In front of me I could only see white. Turning my head each way I could only see white. Looking behind me a huge red shape cut through the whiteness, a beacon in the great white unknown.
I tested my right foot on the white, crunch. I tested my left, crunch. I walked straight forward with my arms out – like a person walking on a tightrope – as the sound continued to follow my every step. I was walking on ice.
Below me was more than 300 metres worth of glacier, even taller than the Eiffel Tower in Paris, frozen solid beneath my feet. The group, also testing the whiteness, had been warned that if we strayed from the path created for us we could fall through the deep layers of whiteness or into a crack in the ice.
One of the girls yelled, “It’s snowing!” The white stuff was given a name. We have nothing like this where I am from.
Everyone else seemed at ease in the whiteness so I bent down and touched it, quickly snatching my hand back; wetness soaked my glove and the harsh coldness stung at my skin.
Russell bent down and picked up some of the snow. Instead of bundling it up into a ball to throw he popped a piece in his mouth, wincing a little from the cold, but slowly eating it. Romy called out, “just don’t eat the yellow snow.” A chorus of giggles went up from the girls within earshot of the remark.
I had to taste the white snow.
Leaning out over the edge of the circle to where some fresh powder-looking snow was I grabbed a chunk. The coldness of it bit into my hand and my fingers turned pink as I compacted it into a small hard ball. I braced myself and took a bite of the white. It was like eating hard, cold fairy floss without the sugar rush but there was a sweetness as the ice dissolved on my warm tongue.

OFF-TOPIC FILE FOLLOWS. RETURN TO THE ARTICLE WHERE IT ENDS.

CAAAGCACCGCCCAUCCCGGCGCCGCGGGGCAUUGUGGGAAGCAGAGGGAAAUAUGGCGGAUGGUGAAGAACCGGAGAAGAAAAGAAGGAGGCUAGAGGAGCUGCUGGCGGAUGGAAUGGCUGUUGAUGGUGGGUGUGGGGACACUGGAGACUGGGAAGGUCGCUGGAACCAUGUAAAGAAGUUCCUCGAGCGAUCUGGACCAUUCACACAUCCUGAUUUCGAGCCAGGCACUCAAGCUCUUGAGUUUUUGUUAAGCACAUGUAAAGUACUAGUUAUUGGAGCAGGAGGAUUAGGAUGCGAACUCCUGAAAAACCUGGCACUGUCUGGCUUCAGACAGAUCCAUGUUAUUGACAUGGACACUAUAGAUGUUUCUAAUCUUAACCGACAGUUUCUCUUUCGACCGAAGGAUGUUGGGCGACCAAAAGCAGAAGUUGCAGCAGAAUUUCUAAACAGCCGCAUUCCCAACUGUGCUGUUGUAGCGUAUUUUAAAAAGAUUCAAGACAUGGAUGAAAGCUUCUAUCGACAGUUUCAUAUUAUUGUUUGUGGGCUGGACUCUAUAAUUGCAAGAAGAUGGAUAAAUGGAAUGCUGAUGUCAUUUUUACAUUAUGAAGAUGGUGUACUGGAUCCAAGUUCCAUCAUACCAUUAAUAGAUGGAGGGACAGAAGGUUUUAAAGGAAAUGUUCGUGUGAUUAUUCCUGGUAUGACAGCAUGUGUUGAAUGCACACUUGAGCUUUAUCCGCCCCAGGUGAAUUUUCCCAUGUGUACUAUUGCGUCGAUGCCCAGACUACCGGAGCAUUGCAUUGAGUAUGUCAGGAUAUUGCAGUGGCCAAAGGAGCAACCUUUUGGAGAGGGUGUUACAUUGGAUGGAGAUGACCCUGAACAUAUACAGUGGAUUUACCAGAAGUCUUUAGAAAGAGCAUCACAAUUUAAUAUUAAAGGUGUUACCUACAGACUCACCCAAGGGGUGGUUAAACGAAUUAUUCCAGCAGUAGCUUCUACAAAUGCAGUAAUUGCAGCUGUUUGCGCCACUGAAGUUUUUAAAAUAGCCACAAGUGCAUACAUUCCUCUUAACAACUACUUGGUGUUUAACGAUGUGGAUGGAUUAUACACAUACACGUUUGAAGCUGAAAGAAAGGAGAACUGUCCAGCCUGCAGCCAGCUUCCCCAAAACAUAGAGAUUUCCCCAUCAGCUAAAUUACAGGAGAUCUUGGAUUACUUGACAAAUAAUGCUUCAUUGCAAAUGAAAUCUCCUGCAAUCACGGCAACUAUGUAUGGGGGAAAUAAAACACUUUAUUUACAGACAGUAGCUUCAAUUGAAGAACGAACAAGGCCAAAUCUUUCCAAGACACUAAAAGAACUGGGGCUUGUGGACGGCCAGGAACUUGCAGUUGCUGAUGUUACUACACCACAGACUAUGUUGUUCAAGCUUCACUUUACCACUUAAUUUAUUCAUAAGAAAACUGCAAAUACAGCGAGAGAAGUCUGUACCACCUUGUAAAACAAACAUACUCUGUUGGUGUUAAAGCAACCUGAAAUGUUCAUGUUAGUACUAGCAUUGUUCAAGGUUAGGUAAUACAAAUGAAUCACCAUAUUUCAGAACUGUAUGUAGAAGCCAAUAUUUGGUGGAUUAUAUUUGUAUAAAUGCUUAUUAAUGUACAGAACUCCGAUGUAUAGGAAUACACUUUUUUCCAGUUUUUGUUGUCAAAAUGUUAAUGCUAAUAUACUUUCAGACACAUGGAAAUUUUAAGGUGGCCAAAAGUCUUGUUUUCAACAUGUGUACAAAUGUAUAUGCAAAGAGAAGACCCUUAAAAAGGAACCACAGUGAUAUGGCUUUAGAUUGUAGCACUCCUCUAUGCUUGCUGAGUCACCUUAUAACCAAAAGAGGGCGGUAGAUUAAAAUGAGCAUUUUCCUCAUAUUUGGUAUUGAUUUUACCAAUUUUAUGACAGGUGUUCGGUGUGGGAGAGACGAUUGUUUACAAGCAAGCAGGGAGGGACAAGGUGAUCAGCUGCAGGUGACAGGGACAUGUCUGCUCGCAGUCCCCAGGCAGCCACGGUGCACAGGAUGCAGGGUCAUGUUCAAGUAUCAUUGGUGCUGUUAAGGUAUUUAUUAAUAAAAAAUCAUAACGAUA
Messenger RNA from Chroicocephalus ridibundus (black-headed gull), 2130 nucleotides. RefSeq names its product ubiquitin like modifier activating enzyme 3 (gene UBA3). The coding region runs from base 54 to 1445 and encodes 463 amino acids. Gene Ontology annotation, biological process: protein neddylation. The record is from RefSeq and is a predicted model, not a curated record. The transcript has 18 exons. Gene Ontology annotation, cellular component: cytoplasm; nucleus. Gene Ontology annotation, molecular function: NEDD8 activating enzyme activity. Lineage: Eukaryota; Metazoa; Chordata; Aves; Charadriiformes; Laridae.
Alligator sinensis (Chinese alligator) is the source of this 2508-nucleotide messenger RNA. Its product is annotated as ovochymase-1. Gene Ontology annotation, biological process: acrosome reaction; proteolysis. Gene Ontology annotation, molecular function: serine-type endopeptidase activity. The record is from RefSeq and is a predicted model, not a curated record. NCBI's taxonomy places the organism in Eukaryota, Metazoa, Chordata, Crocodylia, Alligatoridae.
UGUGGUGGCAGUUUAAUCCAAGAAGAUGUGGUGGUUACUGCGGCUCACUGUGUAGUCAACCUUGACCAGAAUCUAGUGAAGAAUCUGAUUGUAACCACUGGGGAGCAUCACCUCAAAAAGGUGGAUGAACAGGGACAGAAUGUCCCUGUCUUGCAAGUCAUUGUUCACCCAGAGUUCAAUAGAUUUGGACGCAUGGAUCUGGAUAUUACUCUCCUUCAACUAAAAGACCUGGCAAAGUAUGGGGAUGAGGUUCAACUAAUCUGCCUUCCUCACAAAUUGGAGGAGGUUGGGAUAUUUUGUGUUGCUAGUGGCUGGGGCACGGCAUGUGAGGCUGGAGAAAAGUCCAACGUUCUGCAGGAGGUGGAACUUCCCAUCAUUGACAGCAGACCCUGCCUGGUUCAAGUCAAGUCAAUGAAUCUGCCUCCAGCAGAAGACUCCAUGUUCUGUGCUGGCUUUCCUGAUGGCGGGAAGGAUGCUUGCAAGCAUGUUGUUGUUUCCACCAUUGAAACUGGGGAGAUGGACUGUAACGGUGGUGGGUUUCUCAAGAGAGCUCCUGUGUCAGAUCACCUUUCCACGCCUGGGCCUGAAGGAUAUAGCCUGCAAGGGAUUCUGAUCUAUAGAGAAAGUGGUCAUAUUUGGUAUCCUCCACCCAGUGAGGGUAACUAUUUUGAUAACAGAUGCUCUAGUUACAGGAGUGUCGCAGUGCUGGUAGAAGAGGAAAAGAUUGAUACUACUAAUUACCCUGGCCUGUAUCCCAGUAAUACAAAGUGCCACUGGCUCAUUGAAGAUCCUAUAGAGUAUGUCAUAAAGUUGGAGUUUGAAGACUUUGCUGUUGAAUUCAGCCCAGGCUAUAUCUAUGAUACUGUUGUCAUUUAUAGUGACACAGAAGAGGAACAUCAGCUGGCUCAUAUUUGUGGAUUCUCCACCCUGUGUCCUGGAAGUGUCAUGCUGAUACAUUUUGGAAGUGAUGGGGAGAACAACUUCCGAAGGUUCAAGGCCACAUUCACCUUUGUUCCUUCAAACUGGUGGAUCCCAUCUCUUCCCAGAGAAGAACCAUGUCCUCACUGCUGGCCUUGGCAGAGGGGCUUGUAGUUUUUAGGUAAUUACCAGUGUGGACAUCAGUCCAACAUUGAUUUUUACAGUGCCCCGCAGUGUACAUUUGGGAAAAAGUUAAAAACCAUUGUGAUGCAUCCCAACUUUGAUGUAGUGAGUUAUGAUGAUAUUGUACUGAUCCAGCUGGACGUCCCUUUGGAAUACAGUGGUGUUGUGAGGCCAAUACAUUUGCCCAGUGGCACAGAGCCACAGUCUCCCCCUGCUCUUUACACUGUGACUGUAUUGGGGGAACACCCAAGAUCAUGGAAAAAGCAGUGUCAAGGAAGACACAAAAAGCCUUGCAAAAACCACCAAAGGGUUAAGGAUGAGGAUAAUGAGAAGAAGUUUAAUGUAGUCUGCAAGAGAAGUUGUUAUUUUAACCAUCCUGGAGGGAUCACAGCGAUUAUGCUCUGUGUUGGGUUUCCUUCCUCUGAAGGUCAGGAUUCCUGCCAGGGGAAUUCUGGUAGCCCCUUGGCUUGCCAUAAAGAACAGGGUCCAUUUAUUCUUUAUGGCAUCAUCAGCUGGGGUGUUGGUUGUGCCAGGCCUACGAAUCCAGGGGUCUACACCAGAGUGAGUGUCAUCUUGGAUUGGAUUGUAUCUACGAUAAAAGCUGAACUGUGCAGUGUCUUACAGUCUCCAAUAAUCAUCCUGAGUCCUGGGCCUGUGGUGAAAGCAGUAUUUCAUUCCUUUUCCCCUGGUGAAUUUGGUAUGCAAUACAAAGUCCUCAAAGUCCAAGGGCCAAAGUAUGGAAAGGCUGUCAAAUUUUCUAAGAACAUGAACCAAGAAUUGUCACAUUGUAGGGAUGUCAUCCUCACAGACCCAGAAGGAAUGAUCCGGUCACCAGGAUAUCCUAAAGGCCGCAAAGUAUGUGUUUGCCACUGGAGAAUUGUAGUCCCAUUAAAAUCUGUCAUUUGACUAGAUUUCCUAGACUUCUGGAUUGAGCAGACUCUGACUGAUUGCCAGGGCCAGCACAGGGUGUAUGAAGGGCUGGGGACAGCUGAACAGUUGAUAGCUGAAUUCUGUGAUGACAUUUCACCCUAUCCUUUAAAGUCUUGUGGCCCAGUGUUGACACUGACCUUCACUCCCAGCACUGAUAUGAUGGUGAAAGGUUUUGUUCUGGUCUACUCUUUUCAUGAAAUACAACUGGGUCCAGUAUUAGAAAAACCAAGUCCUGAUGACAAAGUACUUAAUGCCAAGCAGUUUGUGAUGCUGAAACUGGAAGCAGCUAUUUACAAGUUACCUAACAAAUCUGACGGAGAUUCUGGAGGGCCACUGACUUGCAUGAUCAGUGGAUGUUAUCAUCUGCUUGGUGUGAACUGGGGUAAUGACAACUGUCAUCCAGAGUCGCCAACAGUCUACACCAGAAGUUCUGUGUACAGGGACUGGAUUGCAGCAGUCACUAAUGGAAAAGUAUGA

I bit into it again as I walked around the group – crunch, crunch, crunch. As the glacier melts during the summer, there are little streams where drink bottles can be filled with the sweet tasting glacier water.
I watched as Makoto carefully slid to his knees and filled his bottle, narrowly avoiding falling in as he leaned forward and then as Rishad managed to trip and almost fall into the tiny steam, instead settling for a shoe full of water; Despite how many times we’d experienced snow we all still had issues walking on ice.
Bundling back onto the monster “snow coach” we headed back off into the great white as our journey onto the Athabasca Glacier came to an end. One last snow ball was thrown at the office and soon we were on our way back into Jasper, but at least I could say that I had walked on the ice.
Would you go for a walk on a glacier?
When: This years season will run from April 19th until October 20th, 2013.
Columbia Icefield Discover Centre
How Much? Adults – CDN$49.95, Children (5-15) – CDN$24.90. Children under 5 ride for free when sharing a seat with an adult.
How to get there:
You can book transportation with your Columbia Icefield Experience ticket, otherwise the drive is around 1.5hours from Jasper or 3 from Banff.
Click here to book packages which include transportation to the Icefield.
- Tours take around 90-minutes.
- There is accommodation available onsite.
- The glacier is wheelchair accessible, just let staff know in advance.
Post Image: Maurice Li